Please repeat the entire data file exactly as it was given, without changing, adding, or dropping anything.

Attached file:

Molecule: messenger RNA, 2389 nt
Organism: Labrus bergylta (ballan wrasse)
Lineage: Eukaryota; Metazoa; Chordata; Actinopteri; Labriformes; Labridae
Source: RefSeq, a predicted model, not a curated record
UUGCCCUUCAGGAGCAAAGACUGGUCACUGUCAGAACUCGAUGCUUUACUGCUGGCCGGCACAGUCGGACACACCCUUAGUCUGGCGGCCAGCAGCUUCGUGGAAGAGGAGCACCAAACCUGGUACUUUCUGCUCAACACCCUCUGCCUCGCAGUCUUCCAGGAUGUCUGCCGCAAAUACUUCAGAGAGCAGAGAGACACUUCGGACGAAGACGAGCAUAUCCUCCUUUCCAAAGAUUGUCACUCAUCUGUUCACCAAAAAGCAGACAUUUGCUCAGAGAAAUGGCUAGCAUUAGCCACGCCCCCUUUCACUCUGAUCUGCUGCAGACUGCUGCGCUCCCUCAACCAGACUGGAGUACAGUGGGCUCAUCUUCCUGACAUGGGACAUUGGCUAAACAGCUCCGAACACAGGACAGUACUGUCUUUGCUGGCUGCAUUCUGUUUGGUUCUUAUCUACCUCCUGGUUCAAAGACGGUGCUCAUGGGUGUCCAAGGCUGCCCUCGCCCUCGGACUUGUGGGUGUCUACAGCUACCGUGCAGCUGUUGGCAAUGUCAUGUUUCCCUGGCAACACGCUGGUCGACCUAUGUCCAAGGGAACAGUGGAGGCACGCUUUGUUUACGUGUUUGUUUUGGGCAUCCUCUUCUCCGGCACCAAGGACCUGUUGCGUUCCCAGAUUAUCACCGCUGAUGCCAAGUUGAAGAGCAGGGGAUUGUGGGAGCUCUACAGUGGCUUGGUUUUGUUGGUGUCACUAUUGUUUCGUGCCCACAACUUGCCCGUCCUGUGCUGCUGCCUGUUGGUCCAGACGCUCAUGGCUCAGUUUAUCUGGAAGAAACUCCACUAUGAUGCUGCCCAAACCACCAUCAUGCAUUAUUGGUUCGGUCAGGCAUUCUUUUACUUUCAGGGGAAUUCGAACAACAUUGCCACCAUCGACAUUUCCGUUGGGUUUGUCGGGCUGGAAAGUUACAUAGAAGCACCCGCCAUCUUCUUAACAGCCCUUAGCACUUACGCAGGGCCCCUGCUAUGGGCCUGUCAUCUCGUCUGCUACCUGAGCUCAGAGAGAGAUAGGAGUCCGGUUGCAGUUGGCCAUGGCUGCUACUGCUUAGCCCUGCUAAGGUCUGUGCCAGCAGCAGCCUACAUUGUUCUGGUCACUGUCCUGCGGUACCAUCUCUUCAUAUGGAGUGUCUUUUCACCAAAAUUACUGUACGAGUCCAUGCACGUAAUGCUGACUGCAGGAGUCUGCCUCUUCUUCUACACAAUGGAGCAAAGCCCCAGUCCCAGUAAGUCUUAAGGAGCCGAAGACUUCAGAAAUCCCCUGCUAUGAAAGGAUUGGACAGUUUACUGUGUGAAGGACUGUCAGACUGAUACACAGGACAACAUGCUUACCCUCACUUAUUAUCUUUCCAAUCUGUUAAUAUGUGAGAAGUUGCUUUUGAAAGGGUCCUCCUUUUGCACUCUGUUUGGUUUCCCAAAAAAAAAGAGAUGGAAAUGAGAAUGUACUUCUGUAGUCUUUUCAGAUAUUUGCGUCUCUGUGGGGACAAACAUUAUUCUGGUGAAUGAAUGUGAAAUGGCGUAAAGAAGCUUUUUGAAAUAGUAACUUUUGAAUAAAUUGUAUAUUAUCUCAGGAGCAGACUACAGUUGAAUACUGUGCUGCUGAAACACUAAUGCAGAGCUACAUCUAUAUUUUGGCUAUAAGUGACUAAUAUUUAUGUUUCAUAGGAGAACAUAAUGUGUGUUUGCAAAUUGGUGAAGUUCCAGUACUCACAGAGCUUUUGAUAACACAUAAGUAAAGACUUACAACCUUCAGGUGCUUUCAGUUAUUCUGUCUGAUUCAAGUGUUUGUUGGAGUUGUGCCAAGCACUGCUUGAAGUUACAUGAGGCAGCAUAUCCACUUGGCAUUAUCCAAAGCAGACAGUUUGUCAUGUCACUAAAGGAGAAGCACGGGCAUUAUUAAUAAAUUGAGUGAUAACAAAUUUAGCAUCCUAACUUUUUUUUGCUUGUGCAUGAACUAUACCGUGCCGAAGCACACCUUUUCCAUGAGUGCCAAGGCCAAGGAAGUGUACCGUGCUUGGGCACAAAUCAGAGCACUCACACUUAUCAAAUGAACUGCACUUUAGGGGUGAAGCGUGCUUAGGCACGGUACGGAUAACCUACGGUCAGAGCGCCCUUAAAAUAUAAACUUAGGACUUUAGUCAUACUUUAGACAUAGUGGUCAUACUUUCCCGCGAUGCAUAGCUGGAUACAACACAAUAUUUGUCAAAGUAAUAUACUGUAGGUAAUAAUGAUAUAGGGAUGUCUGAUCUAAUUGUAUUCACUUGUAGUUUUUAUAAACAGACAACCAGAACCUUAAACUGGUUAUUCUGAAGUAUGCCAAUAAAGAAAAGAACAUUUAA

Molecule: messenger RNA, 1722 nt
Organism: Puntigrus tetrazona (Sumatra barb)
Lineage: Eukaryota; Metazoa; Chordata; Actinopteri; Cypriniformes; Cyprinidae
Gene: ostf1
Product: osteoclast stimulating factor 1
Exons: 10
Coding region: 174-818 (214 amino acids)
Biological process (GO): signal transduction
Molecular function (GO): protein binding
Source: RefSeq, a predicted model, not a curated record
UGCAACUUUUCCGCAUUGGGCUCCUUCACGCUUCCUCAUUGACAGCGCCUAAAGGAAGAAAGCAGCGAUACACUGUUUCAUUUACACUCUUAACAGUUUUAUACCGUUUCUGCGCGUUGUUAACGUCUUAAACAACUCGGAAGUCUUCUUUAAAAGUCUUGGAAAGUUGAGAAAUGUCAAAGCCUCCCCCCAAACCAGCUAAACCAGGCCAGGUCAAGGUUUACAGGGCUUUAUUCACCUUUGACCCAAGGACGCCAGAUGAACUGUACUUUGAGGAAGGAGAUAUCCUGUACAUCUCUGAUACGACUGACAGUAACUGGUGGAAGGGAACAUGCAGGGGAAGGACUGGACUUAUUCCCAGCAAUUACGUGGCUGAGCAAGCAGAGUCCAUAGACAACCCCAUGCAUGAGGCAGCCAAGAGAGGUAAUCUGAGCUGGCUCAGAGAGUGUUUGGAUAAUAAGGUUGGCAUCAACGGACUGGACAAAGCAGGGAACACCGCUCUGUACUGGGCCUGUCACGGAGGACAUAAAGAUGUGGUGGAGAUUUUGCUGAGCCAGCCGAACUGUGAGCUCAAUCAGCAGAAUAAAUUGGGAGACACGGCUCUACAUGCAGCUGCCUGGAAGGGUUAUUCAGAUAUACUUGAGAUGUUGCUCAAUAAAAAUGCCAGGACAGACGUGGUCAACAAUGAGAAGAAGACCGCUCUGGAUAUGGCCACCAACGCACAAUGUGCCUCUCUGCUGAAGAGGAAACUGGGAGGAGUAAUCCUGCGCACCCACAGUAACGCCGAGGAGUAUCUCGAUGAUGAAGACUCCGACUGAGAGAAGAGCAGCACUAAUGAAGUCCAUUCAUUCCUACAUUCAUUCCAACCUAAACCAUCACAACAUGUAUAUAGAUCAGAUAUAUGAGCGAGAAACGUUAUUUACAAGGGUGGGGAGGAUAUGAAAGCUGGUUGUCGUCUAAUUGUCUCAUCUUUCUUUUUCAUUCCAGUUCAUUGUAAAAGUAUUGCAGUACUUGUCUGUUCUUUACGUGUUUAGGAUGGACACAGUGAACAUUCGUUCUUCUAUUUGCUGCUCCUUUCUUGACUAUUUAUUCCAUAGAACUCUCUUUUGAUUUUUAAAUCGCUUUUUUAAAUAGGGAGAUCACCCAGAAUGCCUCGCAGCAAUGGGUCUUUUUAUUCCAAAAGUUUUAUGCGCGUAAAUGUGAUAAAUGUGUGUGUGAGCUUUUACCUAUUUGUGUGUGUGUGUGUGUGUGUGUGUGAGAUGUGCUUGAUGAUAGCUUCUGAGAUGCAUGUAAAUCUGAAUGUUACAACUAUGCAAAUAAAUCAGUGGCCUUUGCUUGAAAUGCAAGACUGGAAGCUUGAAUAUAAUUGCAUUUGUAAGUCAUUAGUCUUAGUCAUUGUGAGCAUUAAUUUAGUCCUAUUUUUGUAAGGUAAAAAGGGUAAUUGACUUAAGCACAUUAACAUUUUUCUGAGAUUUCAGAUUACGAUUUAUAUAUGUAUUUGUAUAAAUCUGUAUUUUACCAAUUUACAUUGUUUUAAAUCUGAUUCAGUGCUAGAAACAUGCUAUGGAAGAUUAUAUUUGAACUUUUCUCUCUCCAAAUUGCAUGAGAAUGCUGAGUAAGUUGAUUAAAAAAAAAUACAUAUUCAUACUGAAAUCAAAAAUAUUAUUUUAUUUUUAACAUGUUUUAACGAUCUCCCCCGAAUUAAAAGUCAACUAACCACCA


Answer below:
Molecule: messenger RNA, 2389 nt
Organism: Labrus bergylta (ballan wrasse)
Lineage: Eukaryota; Metazoa; Chordata; Actinopteri; Labriformes; Labridae
Source: RefSeq, a predicted model, not a curated record
UUGCCCUUCAGGAGCAAAGACUGGUCACUGUCAGAACUCGAUGCUUUACUGCUGGCCGGCACAGUCGGACACACCCUUAGUCUGGCGGCCAGCAGCUUCGUGGAAGAGGAGCACCAAACCUGGUACUUUCUGCUCAACACCCUCUGCCUCGCAGUCUUCCAGGAUGUCUGCCGCAAAUACUUCAGAGAGCAGAGAGACACUUCGGACGAAGACGAGCAUAUCCUCCUUUCCAAAGAUUGUCACUCAUCUGUUCACCAAAAAGCAGACAUUUGCUCAGAGAAAUGGCUAGCAUUAGCCACGCCCCCUUUCACUCUGAUCUGCUGCAGACUGCUGCGCUCCCUCAACCAGACUGGAGUACAGUGGGCUCAUCUUCCUGACAUGGGACAUUGGCUAAACAGCUCCGAACACAGGACAGUACUGUCUUUGCUGGCUGCAUUCUGUUUGGUUCUUAUCUACCUCCUGGUUCAAAGACGGUGCUCAUGGGUGUCCAAGGCUGCCCUCGCCCUCGGACUUGUGGGUGUCUACAGCUACCGUGCAGCUGUUGGCAAUGUCAUGUUUCCCUGGCAACACGCUGGUCGACCUAUGUCCAAGGGAACAGUGGAGGCACGCUUUGUUUACGUGUUUGUUUUGGGCAUCCUCUUCUCCGGCACCAAGGACCUGUUGCGUUCCCAGAUUAUCACCGCUGAUGCCAAGUUGAAGAGCAGGGGAUUGUGGGAGCUCUACAGUGGCUUGGUUUUGUUGGUGUCACUAUUGUUUCGUGCCCACAACUUGCCCGUCCUGUGCUGCUGCCUGUUGGUCCAGACGCUCAUGGCUCAGUUUAUCUGGAAGAAACUCCACUAUGAUGCUGCCCAAACCACCAUCAUGCAUUAUUGGUUCGGUCAGGCAUUCUUUUACUUUCAGGGGAAUUCGAACAACAUUGCCACCAUCGACAUUUCCGUUGGGUUUGUCGGGCUGGAAAGUUACAUAGAAGCACCCGCCAUCUUCUUAACAGCCCUUAGCACUUACGCAGGGCCCCUGCUAUGGGCCUGUCAUCUCGUCUGCUACCUGAGCUCAGAGAGAGAUAGGAGUCCGGUUGCAGUUGGCCAUGGCUGCUACUGCUUAGCCCUGCUAAGGUCUGUGCCAGCAGCAGCCUACAUUGUUCUGGUCACUGUCCUGCGGUACCAUCUCUUCAUAUGGAGUGUCUUUUCACCAAAAUUACUGUACGAGUCCAUGCACGUAAUGCUGACUGCAGGAGUCUGCCUCUUCUUCUACACAAUGGAGCAAAGCCCCAGUCCCAGUAAGUCUUAAGGAGCCGAAGACUUCAGAAAUCCCCUGCUAUGAAAGGAUUGGACAGUUUACUGUGUGAAGGACUGUCAGACUGAUACACAGGACAACAUGCUUACCCUCACUUAUUAUCUUUCCAAUCUGUUAAUAUGUGAGAAGUUGCUUUUGAAAGGGUCCUCCUUUUGCACUCUGUUUGGUUUCCCAAAAAAAAAGAGAUGGAAAUGAGAAUGUACUUCUGUAGUCUUUUCAGAUAUUUGCGUCUCUGUGGGGACAAACAUUAUUCUGGUGAAUGAAUGUGAAAUGGCGUAAAGAAGCUUUUUGAAAUAGUAACUUUUGAAUAAAUUGUAUAUUAUCUCAGGAGCAGACUACAGUUGAAUACUGUGCUGCUGAAACACUAAUGCAGAGCUACAUCUAUAUUUUGGCUAUAAGUGACUAAUAUUUAUGUUUCAUAGGAGAACAUAAUGUGUGUUUGCAAAUUGGUGAAGUUCCAGUACUCACAGAGCUUUUGAUAACACAUAAGUAAAGACUUACAACCUUCAGGUGCUUUCAGUUAUUCUGUCUGAUUCAAGUGUUUGUUGGAGUUGUGCCAAGCACUGCUUGAAGUUACAUGAGGCAGCAUAUCCACUUGGCAUUAUCCAAAGCAGACAGUUUGUCAUGUCACUAAAGGAGAAGCACGGGCAUUAUUAAUAAAUUGAGUGAUAACAAAUUUAGCAUCCUAACUUUUUUUUGCUUGUGCAUGAACUAUACCGUGCCGAAGCACACCUUUUCCAUGAGUGCCAAGGCCAAGGAAGUGUACCGUGCUUGGGCACAAAUCAGAGCACUCACACUUAUCAAAUGAACUGCACUUUAGGGGUGAAGCGUGCUUAGGCACGGUACGGAUAACCUACGGUCAGAGCGCCCUUAAAAUAUAAACUUAGGACUUUAGUCAUACUUUAGACAUAGUGGUCAUACUUUCCCGCGAUGCAUAGCUGGAUACAACACAAUAUUUGUCAAAGUAAUAUACUGUAGGUAAUAAUGAUAUAGGGAUGUCUGAUCUAAUUGUAUUCACUUGUAGUUUUUAUAAACAGACAACCAGAACCUUAAACUGGUUAUUCUGAAGUAUGCCAAUAAAGAAAAGAACAUUUAA

Molecule: messenger RNA, 1722 nt
Organism: Puntigrus tetrazona (Sumatra barb)
Lineage: Eukaryota; Metazoa; Chordata; Actinopteri; Cypriniformes; Cyprinidae
Gene: ostf1
Product: osteoclast stimulating factor 1
Exons: 10
Coding region: 174-818 (214 amino acids)
Biological process (GO): signal transduction
Molecular function (GO): protein binding
Source: RefSeq, a predicted model, not a curated record
UGCAACUUUUCCGCAUUGGGCUCCUUCACGCUUCCUCAUUGACAGCGCCUAAAGGAAGAAAGCAGCGAUACACUGUUUCAUUUACACUCUUAACAGUUUUAUACCGUUUCUGCGCGUUGUUAACGUCUUAAACAACUCGGAAGUCUUCUUUAAAAGUCUUGGAAAGUUGAGAAAUGUCAAAGCCUCCCCCCAAACCAGCUAAACCAGGCCAGGUCAAGGUUUACAGGGCUUUAUUCACCUUUGACCCAAGGACGCCAGAUGAACUGUACUUUGAGGAAGGAGAUAUCCUGUACAUCUCUGAUACGACUGACAGUAACUGGUGGAAGGGAACAUGCAGGGGAAGGACUGGACUUAUUCCCAGCAAUUACGUGGCUGAGCAAGCAGAGUCCAUAGACAACCCCAUGCAUGAGGCAGCCAAGAGAGGUAAUCUGAGCUGGCUCAGAGAGUGUUUGGAUAAUAAGGUUGGCAUCAACGGACUGGACAAAGCAGGGAACACCGCUCUGUACUGGGCCUGUCACGGAGGACAUAAAGAUGUGGUGGAGAUUUUGCUGAGCCAGCCGAACUGUGAGCUCAAUCAGCAGAAUAAAUUGGGAGACACGGCUCUACAUGCAGCUGCCUGGAAGGGUUAUUCAGAUAUACUUGAGAUGUUGCUCAAUAAAAAUGCCAGGACAGACGUGGUCAACAAUGAGAAGAAGACCGCUCUGGAUAUGGCCACCAACGCACAAUGUGCCUCUCUGCUGAAGAGGAAACUGGGAGGAGUAAUCCUGCGCACCCACAGUAACGCCGAGGAGUAUCUCGAUGAUGAAGACUCCGACUGAGAGAAGAGCAGCACUAAUGAAGUCCAUUCAUUCCUACAUUCAUUCCAACCUAAACCAUCACAACAUGUAUAUAGAUCAGAUAUAUGAGCGAGAAACGUUAUUUACAAGGGUGGGGAGGAUAUGAAAGCUGGUUGUCGUCUAAUUGUCUCAUCUUUCUUUUUCAUUCCAGUUCAUUGUAAAAGUAUUGCAGUACUUGUCUGUUCUUUACGUGUUUAGGAUGGACACAGUGAACAUUCGUUCUUCUAUUUGCUGCUCCUUUCUUGACUAUUUAUUCCAUAGAACUCUCUUUUGAUUUUUAAAUCGCUUUUUUAAAUAGGGAGAUCACCCAGAAUGCCUCGCAGCAAUGGGUCUUUUUAUUCCAAAAGUUUUAUGCGCGUAAAUGUGAUAAAUGUGUGUGUGAGCUUUUACCUAUUUGUGUGUGUGUGUGUGUGUGUGUGUGAGAUGUGCUUGAUGAUAGCUUCUGAGAUGCAUGUAAAUCUGAAUGUUACAACUAUGCAAAUAAAUCAGUGGCCUUUGCUUGAAAUGCAAGACUGGAAGCUUGAAUAUAAUUGCAUUUGUAAGUCAUUAGUCUUAGUCAUUGUGAGCAUUAAUUUAGUCCUAUUUUUGUAAGGUAAAAAGGGUAAUUGACUUAAGCACAUUAACAUUUUUCUGAGAUUUCAGAUUACGAUUUAUAUAUGUAUUUGUAUAAAUCUGUAUUUUACCAAUUUACAUUGUUUUAAAUCUGAUUCAGUGCUAGAAACAUGCUAUGGAAGAUUAUAUUUGAACUUUUCUCUCUCCAAAUUGCAUGAGAAUGCUGAGUAAGUUGAUUAAAAAAAAAUACAUAUUCAUACUGAAAUCAAAAAUAUUAUUUUAUUUUUAACAUGUUUUAACGAUCUCCCCCGAAUUAAAAGUCAACUAACCACCA